Recommended Surveillance in High-Risk Bladder Cancer Unheeded

Patients with high- and low-risk bladder cancer undergo surveillance at comparable rates, despite recommendations calling for twice this frequency in high-risk patients, according to the results of a recent study (JAMA Network Open. 2018 Sept 28. Epub ahead of print).

Frequency of Cystoscopy Among Low- and High-Risk Patients

Guidelines for cancer care recommend that patients receive surveillance at a frequency based on their underlying cancer risk, meaning that there should be more frequent surveillance for patients at high-risk than for those at low-risk of cancer recurrence, explained Florian R. Schroeck, MD, MS, Norris Cotton Cancer Center, Dartmouth Hitchcock Medical Center, Lebanon, New Hampshire, and colleagues, who assessed the extent to which risk-aligned surveillance is practiced within US Department of Veterans Affairs facilities.

A population-based sample of patients diagnosed with low- or high-risk early-stage bladder cancer between January 1, 2005, and December 31, 2011 (and who had follow-up through December 31, 2014), were included in the retrospective cohort study by Dr Schroeck and colleagues.

The study included a total of 85 Veterans Affairs facilities throughout the United States treating patients with low- and high-risk bladder cancer, and a total of 1278 low-risk and 2115 high-risk patients (99% men; median age, 77 years). The frequency of cystoscopy for low- and high-risk patients at each facility was estimated using multilevel modeling.

Risk-Aligned Surveillance Not Widely Practiced

For low-risk patients, and over a time frame of 2 years, the adjusted frequency of surveillance procedures via cystoscopy per patient across the facilities ranged from 3.7 to 6.0. For high-risk patients, this frequency was 4.6 to 6.0.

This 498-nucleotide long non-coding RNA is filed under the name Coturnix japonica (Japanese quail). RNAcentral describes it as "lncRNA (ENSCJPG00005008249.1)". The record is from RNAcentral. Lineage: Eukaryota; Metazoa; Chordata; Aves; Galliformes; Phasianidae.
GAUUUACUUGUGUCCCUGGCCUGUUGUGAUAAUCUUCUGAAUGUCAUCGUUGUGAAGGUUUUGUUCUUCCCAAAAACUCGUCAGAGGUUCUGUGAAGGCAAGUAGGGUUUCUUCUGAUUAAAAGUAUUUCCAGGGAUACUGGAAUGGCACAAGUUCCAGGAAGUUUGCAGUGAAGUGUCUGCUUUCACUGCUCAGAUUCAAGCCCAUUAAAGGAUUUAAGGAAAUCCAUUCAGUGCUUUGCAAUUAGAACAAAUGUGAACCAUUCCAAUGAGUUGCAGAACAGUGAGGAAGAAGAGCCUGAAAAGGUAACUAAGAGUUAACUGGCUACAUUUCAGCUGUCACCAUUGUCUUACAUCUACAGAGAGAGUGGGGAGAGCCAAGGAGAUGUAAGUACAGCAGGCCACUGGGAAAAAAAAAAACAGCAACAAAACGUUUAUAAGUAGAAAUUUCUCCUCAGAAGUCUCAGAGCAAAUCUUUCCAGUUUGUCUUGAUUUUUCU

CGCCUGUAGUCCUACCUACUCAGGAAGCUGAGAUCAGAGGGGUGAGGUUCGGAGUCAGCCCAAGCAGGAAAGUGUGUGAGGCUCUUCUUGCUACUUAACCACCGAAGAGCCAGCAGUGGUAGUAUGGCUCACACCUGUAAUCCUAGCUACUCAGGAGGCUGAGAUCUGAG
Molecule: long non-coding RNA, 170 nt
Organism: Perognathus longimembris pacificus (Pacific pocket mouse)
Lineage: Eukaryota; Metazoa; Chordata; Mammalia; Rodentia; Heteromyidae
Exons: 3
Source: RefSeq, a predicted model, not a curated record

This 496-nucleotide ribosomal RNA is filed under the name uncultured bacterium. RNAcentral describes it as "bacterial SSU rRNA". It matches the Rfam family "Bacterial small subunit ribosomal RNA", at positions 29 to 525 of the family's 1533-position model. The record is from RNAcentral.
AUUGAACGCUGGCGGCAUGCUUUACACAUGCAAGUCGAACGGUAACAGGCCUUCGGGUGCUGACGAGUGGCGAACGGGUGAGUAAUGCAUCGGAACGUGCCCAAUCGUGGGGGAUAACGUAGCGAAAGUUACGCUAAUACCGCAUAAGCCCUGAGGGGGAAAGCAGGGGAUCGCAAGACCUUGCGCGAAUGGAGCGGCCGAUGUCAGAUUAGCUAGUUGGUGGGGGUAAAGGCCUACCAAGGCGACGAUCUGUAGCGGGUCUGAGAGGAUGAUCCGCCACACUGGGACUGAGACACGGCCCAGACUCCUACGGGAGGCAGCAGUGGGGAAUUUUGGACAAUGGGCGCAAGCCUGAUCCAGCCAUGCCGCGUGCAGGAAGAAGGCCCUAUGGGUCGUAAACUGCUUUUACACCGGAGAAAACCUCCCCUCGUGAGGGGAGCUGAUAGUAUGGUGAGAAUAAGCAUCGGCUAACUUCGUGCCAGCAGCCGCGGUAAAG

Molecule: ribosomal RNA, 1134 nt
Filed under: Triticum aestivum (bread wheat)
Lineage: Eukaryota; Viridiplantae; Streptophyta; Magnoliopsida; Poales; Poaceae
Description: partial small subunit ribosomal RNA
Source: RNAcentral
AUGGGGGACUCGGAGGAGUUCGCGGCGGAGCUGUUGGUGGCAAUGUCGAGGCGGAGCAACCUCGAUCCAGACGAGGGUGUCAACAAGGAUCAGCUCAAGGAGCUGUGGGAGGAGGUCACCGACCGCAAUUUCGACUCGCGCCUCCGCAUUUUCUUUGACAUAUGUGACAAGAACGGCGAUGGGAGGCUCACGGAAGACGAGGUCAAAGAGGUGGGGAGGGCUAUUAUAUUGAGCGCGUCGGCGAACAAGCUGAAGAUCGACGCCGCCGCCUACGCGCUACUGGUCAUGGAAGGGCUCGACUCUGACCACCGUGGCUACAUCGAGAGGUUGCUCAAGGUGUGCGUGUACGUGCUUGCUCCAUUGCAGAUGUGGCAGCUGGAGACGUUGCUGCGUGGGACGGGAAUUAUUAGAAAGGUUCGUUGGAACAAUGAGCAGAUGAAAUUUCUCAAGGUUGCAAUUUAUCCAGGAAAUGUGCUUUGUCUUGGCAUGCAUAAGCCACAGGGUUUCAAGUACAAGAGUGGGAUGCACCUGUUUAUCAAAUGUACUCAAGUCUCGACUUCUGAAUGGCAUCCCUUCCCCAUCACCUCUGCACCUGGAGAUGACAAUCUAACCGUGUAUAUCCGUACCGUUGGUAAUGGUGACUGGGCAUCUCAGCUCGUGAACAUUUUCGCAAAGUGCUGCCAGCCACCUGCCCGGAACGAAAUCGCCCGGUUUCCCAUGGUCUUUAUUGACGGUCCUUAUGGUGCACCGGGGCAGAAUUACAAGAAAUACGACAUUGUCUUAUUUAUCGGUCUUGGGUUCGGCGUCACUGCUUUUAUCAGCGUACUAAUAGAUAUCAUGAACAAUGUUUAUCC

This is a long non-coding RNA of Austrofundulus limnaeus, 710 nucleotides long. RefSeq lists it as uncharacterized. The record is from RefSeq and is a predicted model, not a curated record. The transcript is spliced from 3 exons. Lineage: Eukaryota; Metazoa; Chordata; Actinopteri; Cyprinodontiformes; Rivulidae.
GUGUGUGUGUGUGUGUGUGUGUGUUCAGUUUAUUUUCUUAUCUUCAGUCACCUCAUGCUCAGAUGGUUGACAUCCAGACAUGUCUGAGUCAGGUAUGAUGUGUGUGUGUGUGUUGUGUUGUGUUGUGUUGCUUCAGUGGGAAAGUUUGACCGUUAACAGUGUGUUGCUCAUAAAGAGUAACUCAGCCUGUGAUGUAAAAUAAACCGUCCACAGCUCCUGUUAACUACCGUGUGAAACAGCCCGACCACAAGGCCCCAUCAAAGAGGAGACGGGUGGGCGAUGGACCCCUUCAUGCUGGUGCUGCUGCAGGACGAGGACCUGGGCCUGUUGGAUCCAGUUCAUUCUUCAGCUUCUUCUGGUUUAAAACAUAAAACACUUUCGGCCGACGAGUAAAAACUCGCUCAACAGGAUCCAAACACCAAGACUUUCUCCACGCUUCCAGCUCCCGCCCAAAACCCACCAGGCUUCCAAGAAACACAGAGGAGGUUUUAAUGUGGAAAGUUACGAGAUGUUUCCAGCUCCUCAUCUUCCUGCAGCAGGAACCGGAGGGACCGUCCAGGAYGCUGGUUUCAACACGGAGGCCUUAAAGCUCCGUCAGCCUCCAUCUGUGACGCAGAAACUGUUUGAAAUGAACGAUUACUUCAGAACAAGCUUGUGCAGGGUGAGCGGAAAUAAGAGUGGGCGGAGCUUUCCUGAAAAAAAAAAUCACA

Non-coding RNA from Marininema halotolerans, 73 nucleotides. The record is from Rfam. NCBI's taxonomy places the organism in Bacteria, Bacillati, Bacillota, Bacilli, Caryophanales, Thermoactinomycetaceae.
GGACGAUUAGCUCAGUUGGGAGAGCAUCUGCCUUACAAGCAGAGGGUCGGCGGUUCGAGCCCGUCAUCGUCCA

Out of 85 facilities, 70 performed surveillance procedures at a comparable frequency for low- and high-risk patients, differing by <1 cystoscopy over 2 years. The surveillance frequency among high-risk patients exceeded surveillance among low-risk patients with statistical significance at only 4 facilities.

Across all facilities, Dr Schroeck and colleagues noted, surveillance frequencies for low- versus high-risk patients were moderately strongly correlated (P <.001).

“[O]ur study highlights that risk-aligned surveillance for early-stage bladder cancer is not widely practiced. On the contrary, patients with high- and low-risk cancer undergo surveillance at comparable frequency, despite recommendations that high-risk patients warrant surveillance at least twice as often….Our findings should alert those who care for patients with bladder cancer and those who care for patients with other neoplasms for which risk-aligned surveillance is recommended. While risk factors, natural history, and tumor-specific characteristics differ across neoplasms, the challenges clinicians face to align surveillance with underlying cancer risk are likely similar,” they concluded.—Janelle Bradley

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